Thursday, October 18, 2007
Thirteen days to go
We've talked about doing a journal about our great kidney adventure and now Cait, in creating this blog, has given us the opportunity to actually do it.
It's now about five years since I contacted our GP and suggested that, being 60, it might not be a bad idea to run some basic tests to see if there is anything that needs special attention. The main result was the discovery that the creatinine level in my blood was higher than it should be, a signal that all might not be well with my kidneys. I was sent to the Alkmaar hospital for further testing, which confirmed that indeed I was in the early stages of kidney failure. The cause was uncertain (a biopsy was done but failed), but the guess is that high blood pressure was the culprit. I was already under treatment to keep my blood pressure down, but additional medication was prescribed and I was tested regularly. In January 2006, it was decided it was time for me to begin dialysis --three sessions a week, each three hours long. (You can see me connected to a dialysis machine in the photo.)
There's an essay about what I went through in coming to terms with kidney failure here:
This describes it in terms of pilgrimage, not a word I would have used for having a chronic illness four years ago.
Now the main event isn't the illness as such, but what seems to me a kind of miracle: one person giving to another a part of her body. I think about this day and night. I made it a point not to ask Nancy, or anyone, to volunteer a kidney and could easily think of reasons to discourage anyone who was thinking of doing so (the time involved, the disruption of ordinary life, the pain of recovering from surgery, the element of risk involved simply being in a hospital, etc.).
It's now about a year since Nancy made the decision to do this and perhaps ten months since it began to look like, thanks to initial tests, she might be a suitable donor.
It was far from an easy decision. One of the cautionary factors is the fact that Nancy is the family's leading breadwinner. She brings in more as a translator than I do as a writer. For both of us to have to stop work for an extended period raised some practical economic questions.
Once it became clear to her that, no matter what the obstacles, she wanted to do this, we decided not to worry about lost income and to push forward.
The testing she went through was both thorough and protracted -- and slow. A test and then a month of waiting. Another test -- and another month of waiting. Nearly a year of tests. What Dutch doctors don't know about Nancy at this point cannot be much.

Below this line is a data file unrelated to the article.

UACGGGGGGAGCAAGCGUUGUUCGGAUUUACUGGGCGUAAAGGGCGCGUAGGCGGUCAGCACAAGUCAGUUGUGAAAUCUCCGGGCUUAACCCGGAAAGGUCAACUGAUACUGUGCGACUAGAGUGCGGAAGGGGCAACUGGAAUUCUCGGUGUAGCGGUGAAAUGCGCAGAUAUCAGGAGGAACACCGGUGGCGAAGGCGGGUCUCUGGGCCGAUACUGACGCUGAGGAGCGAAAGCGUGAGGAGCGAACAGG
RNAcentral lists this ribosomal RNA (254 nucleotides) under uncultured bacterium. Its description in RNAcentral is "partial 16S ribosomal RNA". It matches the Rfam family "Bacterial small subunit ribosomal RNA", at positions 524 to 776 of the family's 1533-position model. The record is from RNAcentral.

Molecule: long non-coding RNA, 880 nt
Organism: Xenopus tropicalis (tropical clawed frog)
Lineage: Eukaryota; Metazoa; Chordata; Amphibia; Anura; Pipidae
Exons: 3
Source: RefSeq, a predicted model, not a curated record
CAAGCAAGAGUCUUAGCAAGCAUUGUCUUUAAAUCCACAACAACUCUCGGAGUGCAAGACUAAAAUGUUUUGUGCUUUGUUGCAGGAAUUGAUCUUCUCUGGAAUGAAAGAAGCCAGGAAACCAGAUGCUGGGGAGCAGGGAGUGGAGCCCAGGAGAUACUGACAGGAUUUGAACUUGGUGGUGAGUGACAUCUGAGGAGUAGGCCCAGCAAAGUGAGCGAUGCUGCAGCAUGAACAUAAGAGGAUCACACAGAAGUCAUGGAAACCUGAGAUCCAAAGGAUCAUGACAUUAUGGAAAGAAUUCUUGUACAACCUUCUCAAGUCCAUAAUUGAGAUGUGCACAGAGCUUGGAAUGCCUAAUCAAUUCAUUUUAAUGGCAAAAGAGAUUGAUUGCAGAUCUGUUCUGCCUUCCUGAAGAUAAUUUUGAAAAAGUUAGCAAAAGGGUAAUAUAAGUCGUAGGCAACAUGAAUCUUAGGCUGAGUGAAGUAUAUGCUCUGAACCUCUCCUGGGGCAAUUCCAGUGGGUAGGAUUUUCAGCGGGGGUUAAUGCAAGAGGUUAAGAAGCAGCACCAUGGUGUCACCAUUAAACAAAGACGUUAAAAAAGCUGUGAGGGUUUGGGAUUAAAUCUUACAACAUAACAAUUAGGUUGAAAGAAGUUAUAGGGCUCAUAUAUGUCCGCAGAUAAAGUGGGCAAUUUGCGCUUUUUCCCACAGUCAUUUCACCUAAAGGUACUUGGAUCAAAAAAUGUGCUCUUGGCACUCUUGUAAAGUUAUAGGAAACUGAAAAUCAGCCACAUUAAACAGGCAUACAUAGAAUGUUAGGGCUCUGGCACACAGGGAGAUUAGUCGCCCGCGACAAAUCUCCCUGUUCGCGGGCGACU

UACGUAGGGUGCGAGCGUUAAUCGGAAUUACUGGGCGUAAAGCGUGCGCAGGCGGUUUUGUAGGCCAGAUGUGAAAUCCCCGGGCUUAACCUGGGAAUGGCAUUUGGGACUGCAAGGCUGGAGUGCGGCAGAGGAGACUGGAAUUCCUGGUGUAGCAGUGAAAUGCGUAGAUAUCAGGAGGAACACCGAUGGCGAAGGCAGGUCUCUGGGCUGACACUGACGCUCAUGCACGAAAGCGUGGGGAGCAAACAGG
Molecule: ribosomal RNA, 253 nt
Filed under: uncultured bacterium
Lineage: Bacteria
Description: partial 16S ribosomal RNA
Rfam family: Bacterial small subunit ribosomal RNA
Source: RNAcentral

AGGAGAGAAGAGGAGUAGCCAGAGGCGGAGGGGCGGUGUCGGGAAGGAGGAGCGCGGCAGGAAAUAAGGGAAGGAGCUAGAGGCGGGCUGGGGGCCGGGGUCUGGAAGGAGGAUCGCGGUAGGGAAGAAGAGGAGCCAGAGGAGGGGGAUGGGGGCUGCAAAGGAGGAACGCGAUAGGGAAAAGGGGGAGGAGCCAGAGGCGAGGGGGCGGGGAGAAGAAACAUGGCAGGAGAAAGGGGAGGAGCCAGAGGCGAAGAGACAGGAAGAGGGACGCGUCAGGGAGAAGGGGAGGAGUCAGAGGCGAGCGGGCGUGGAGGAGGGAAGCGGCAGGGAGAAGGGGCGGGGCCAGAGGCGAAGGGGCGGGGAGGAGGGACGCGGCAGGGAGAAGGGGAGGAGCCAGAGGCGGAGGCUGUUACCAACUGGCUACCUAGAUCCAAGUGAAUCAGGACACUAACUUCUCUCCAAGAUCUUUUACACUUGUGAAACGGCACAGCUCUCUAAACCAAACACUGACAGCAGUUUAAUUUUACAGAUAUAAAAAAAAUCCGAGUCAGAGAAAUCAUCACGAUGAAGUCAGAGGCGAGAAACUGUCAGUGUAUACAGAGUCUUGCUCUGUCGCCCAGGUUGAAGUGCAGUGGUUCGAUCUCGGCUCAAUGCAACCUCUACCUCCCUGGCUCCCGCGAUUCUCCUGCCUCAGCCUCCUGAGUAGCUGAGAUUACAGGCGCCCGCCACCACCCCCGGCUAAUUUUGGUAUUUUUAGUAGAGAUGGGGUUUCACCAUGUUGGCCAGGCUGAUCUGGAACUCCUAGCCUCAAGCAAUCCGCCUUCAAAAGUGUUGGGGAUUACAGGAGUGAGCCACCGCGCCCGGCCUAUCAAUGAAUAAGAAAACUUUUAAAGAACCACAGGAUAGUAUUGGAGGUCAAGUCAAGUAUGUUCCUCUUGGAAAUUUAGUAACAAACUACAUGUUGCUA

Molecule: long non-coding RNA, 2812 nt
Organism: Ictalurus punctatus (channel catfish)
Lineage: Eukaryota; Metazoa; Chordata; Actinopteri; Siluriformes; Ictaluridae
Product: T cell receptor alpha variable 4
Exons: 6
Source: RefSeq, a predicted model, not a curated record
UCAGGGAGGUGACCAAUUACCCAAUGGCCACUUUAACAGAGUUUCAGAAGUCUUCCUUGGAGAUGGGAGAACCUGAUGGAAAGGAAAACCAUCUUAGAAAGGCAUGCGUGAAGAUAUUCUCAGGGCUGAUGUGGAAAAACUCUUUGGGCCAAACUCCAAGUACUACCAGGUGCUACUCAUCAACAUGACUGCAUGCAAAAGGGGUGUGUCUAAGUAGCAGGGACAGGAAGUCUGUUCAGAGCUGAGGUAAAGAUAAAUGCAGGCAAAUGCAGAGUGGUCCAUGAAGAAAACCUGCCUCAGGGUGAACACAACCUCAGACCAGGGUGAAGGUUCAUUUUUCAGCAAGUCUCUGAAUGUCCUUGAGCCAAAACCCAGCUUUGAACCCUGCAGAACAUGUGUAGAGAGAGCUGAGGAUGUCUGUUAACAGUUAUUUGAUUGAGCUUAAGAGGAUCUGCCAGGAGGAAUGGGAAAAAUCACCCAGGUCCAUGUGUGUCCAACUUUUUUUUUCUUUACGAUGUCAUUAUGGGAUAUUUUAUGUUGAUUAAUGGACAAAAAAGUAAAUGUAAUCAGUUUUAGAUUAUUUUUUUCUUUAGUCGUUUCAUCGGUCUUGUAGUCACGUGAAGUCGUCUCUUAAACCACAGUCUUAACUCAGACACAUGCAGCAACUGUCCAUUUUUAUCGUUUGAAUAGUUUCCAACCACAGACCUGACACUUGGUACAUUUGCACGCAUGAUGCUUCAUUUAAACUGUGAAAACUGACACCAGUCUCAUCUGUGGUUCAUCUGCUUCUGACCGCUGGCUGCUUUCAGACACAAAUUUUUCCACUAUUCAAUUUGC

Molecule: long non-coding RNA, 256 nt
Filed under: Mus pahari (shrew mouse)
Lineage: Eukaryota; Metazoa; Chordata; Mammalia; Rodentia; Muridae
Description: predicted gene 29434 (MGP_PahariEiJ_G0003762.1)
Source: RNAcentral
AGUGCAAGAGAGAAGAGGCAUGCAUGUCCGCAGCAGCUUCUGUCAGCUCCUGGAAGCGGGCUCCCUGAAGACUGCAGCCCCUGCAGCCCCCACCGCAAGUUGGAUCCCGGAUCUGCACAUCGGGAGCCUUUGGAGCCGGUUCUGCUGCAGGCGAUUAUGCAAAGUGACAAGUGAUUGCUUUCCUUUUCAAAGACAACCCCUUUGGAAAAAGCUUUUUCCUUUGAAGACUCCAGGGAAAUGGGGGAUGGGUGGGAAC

And now we're thirteen days away from the event itself. I find myself feeling very keyed up but not anxious, at least not so far. This may have to do in part with all the people who have been cheering us along and praying for us. It no doubt has a lot to do with the doctors, nurses and social workers who have been involved with us all these months. Good and caring people, highly motivated and competent. As Nancy put it the other day, we have never felt we were objects moving along a conveyor belt.
The latest major event was this past Monday. Along with Wendy, Cait and Anne, plus Fr Sergei Ovsiannikov, priest of our parish, we were at the AMC (the Academic Medical Center, part of the University of Amsterdam) for a meeting with Sylvia ter Meulen, the coordinator of the transplant team, to go over details of the transplant and to ask any questions we had.
We learned exactly what the operations will entail, what the preparations will be, how long it will take, what to expect when we come out of the anesthesia (how many tubes will be attached and where and for how long), and how long it will take before we can expect to feel our usual selves. We've heard from friends that hospital care at the AMC is very personal and that has been our experience so far.
Nancy will be operated on in the morning (it’s a longer operation) and me a few hours later.
Assuming all goes well, Nancy will return home four or five days later. I'll probably be in the hospital for eight to ten days. (Cait and Bjorn have offered to bring us home.) We'll both be able to walk fairly quickly after surgery -- thus no need to turn the living room into a bed room once we're back home; we'll be able to climb the stairs -- but no lifting for six weeks.
In my case, it will be about three months before I am in a state that could be described as normal. I'll also be going back and forth to the hospital quite a lot -- twice a week for a while, then once a week, then once a month. A major concern is the close monitoring of the anti-rejection medication I'll be on following the transplant.
So there you have it as of October 18 at 10:55 pm.
Posted by Jim and Nancy Forest at 10:22 PM